Direct medical costs from fragility fractures to the UK healthcare economy were estimated at £1.8 billion in 2000, with the potential to increase to £2.2 billion by 2025. It is therefore important for primary care clinicians to be aware of osteoporosis and the importance of prevention of fragility fractures.
The role of vitamin D in the management of osteoporosis came under the spotlight recently after a study reviewed the results of 81 research trials of people aged 18 or over taking vitamin D supplements. It found no reduction in fractures or falls and no improvement in bone density in people taking the supplements and recommeded guidelines were adapted.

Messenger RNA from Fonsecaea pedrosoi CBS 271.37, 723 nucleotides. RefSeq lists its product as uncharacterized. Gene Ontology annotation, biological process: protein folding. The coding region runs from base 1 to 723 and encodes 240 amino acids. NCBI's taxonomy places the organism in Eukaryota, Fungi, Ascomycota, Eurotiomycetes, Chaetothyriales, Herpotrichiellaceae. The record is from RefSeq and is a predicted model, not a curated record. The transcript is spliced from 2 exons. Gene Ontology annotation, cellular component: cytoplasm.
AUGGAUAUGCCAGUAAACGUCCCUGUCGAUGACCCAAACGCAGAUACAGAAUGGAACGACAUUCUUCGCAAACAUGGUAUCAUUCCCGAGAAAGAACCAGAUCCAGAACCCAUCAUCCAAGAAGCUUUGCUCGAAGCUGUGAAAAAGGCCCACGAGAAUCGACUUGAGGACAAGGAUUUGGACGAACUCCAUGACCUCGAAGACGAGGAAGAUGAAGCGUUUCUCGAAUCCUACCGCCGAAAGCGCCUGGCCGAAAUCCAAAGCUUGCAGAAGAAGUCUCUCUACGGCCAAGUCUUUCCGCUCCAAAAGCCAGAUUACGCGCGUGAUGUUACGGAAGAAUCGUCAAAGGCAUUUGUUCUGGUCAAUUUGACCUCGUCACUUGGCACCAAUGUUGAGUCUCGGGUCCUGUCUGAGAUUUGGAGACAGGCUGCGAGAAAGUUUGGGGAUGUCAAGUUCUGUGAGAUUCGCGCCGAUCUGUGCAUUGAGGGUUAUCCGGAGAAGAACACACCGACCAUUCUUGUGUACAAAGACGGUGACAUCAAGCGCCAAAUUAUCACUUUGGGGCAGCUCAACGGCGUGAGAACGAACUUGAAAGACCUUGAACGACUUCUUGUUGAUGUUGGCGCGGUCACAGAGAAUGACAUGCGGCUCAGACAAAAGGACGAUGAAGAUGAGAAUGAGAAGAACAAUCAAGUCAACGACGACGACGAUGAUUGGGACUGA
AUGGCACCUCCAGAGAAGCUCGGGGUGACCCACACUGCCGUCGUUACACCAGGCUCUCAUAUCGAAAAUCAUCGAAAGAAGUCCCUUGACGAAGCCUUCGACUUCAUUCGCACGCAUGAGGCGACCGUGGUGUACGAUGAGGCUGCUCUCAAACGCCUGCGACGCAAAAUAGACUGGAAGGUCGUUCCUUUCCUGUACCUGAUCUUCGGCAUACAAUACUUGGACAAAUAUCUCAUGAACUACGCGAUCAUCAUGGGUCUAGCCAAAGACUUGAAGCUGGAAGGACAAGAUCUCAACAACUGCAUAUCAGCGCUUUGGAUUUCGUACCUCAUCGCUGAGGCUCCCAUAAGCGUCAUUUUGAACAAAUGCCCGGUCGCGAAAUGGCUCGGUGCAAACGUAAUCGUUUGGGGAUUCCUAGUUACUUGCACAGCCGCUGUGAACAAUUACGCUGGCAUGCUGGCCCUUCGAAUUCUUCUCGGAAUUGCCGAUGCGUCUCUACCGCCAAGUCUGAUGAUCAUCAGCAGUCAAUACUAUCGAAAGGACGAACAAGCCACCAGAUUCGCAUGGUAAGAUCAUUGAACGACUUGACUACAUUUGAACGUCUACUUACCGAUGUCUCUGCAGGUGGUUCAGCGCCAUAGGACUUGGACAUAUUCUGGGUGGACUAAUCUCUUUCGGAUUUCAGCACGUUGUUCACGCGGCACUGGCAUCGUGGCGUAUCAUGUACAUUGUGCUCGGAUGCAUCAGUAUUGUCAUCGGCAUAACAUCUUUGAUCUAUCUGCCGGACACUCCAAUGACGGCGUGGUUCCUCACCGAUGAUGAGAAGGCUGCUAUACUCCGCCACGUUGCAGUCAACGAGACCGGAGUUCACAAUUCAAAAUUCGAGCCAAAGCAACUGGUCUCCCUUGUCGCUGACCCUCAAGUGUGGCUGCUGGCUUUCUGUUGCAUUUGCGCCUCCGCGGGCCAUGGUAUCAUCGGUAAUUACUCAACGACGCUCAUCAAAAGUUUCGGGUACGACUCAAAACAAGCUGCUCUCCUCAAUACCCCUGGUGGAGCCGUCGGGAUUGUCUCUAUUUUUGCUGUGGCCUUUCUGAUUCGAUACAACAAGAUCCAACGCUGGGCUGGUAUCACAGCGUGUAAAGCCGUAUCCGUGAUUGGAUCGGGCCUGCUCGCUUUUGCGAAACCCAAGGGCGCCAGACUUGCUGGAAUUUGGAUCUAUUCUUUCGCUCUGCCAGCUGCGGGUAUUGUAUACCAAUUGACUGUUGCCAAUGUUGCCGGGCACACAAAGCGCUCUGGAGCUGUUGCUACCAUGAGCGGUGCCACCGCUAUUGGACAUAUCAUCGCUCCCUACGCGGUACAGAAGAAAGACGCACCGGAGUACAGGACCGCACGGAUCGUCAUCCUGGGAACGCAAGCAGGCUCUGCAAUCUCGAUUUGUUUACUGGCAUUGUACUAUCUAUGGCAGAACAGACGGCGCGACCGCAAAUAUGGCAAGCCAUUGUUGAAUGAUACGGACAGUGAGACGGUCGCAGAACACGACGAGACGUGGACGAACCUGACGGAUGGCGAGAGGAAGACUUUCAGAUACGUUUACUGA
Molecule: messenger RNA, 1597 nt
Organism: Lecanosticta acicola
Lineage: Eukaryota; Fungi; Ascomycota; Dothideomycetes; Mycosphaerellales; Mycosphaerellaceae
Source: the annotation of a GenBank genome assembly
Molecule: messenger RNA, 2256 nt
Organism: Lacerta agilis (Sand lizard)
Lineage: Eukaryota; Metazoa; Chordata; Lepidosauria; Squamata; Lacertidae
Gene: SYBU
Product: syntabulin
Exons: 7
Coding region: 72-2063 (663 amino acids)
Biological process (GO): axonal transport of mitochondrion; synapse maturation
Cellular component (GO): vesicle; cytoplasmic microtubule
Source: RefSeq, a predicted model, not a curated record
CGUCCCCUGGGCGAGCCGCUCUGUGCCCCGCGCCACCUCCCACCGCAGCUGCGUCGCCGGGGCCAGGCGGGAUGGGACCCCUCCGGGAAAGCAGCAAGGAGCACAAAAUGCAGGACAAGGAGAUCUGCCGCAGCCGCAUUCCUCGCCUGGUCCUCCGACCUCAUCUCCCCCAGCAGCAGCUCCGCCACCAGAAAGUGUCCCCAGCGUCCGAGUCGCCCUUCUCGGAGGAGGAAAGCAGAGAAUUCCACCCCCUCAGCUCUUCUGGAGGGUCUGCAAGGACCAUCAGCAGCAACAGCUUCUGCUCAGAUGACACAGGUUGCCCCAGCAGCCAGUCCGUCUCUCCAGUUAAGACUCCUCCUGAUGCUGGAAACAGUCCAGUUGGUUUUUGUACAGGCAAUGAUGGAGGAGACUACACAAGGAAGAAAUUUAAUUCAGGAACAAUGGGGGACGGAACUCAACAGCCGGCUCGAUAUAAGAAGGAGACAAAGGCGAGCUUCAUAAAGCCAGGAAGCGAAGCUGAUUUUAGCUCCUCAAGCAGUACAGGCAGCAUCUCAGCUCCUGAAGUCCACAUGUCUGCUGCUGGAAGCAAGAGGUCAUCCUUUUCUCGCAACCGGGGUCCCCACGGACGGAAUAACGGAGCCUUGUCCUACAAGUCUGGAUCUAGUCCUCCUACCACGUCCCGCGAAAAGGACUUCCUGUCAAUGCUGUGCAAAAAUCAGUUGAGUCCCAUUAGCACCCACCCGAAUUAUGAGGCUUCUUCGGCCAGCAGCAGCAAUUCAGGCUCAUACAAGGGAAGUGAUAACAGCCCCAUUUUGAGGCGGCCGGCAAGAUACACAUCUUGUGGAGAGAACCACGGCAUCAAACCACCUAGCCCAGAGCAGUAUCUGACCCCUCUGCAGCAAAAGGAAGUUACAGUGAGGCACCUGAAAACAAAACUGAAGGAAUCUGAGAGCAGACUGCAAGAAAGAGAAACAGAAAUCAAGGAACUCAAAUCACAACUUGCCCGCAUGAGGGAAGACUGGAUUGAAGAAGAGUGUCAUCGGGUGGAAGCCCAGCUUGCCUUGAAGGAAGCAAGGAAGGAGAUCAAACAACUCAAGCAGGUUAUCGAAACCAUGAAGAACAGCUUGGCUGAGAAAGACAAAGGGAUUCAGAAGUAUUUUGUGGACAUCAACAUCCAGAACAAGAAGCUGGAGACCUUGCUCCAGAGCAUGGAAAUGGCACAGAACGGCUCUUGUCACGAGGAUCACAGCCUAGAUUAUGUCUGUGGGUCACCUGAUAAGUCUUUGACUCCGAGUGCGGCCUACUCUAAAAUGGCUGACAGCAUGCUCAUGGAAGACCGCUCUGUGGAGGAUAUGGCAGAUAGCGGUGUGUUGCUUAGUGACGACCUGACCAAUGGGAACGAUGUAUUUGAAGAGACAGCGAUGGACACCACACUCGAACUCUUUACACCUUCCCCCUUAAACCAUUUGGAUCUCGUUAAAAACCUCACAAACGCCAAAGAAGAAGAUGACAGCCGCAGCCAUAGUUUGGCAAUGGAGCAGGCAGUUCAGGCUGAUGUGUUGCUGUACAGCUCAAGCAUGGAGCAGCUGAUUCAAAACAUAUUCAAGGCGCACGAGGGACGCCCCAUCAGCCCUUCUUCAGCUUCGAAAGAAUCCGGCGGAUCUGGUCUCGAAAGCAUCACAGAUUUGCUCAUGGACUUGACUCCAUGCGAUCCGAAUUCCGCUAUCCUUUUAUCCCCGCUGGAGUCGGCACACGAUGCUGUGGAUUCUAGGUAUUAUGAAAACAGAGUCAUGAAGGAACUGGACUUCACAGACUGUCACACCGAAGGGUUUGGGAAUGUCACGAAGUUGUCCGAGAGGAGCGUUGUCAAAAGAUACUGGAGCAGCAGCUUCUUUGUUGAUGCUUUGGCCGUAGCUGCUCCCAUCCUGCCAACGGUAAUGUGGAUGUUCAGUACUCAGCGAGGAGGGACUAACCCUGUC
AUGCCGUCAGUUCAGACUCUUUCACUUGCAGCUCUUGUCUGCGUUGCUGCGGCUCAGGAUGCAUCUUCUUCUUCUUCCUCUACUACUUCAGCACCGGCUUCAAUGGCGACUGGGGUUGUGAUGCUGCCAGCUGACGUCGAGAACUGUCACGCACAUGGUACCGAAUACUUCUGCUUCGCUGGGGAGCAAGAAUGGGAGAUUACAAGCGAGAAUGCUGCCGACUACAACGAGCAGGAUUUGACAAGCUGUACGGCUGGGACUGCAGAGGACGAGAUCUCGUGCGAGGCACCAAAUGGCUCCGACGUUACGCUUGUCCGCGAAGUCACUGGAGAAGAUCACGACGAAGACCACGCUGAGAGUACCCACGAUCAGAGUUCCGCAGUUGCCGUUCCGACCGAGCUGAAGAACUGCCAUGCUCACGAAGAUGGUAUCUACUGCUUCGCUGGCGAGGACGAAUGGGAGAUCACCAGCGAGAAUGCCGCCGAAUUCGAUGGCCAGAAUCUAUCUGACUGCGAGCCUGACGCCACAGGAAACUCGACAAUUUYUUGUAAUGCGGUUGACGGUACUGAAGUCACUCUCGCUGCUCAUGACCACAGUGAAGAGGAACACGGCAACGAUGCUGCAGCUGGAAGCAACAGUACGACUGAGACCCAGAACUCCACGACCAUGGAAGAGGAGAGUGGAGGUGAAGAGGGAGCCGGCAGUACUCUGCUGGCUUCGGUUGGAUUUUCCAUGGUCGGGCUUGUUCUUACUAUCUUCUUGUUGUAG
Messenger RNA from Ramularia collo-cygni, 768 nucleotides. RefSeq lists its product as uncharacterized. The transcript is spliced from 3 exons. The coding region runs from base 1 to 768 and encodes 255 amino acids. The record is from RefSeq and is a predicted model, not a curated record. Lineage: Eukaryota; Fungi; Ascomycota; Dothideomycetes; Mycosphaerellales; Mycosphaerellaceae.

Over the years male osteoporosis has received little attention. One in eight men older than 50 years will have a fragility fracture during their lifetime, which will contribute to dependency, morbidity and a higher mortality in the first year.1 Although the rate of bone loss in men is slower,2 the mortality risk is twice after a hip fracture when compared to women.3
Osteoporosis is characterised by low bone mineral density and micro-architectural deterioration of bone leading to an increased risk of low-trauma fractures, associated morbidity and mortality. This article describes the advances in imaging of osteoporosis including opportunistic identification of low bone density and vertebral fractures.